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$200,000 in additional funding for abattoir

Pontiac MNA André Fortin was on hand to announce an additional $200,000 in funding for the Abattoir les Viandes du Pontiac. From left: Clarendon councillor Rick Younge, Shawville Mayor Sandra Murray, abattoir co-owner Gilles Langlois, Gabriel Macron, abattoir co-owner Alain Lauzon, Fortin, Clarendon Mayor John Armstrong and Clarendon councillor Phillip Elliott are all smiles at the announcement.

CHRIS LOWREY
SHAWVILLE Aug. 1, 2018
The Quebec Ministry of Agriculture, Fisheries and Food has given an additional $200,000 grant for Abattoir les Viandes du Pontiac in Shawville.
The Abattoir, which got $736,200 in provincial funding in February, aims to open Nov. 1.
The total cost of the project is pegged at $3.4 million, which remains unchanged. The extra $200,000 is a grant instead of a loan and the goal is to ease the abattoir’s debt commitments and make it easier to get the operation up and running.
The hope is that the grant will help the abattoir attain profitability sooner, which will then make it easier for the owners to expand the operation.
“This will help to compensate for certain loans,” said Alain Lauzon, one of the business partners who hails from Quyon. “The $200,000 could help us [expand] faster.”
Pontiac MNA André Fortin made the announcement and said that the facility will go a long way to help the community.

He said that not only will the abattoir help the local community by employing at least 10 people, it will also help farmers by cutting down on their transportation costs to have their animals taken to slaughterhouses in Ontario.
The abattoir was financed through several avenues. The business owners themselves put up $875,000 of their own money, got a loan of $828,625 from the Business Development Bank of Canada and Caisse Desjardins, another $828,625 loan from Caisse Desjardins, a no interest loan of $700,000 from BDC and Caisse Desjardins, a contribution of $83,875 from the MRC Pontiac and an $83,875 contribution from the SADC.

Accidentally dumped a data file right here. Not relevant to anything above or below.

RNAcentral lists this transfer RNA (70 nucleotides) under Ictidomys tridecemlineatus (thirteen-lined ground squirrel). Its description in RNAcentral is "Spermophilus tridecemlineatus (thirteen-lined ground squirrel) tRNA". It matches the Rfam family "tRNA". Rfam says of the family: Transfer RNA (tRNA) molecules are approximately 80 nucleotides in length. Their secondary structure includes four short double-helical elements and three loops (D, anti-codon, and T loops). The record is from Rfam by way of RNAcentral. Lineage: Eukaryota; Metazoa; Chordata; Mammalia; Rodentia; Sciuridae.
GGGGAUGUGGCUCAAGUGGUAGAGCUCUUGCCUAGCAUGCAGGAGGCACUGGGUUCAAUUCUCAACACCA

To start off, the facility will be slaughtering animals two days per week. It can accommodate four heads of beef per hour on a regular day for a total of 64 head per week.
The owners of the facility are hopeful that they can begin to expand the business in short order.
Lauzon said that the facility will be easy to expand.
“It’s built like Lego,” Lauzon said. “The reason we have five acres here is for the eventual expansion.”
For his part, Fortin said that since the group has been meticulous with their business plan, it makes it easier for the government to contribute funding.
“They have a solid business plan and they’re following it to a T,” Fortin said. “It’s a big risk they take as investors.”
According to Gilles Langlois, another investor and the general contractor for the building with GPL Construction, the group is on schedule to meet their opening date.
Lauzon, who has been pursuing this project for years, became emotional when he began speaking about it. He said that he has shouldered immense stress levels getting this project off the ground while also working his other job.
But if this project can deliver, both Lauzon and Fortin will be smiling from ear to ear.
“I’ll be the happiest man in the world if the meat we produce is marked Pontiac [at the supermarket],” Lauzon said.
“I’d challenge you on that,” Fortin quipped back.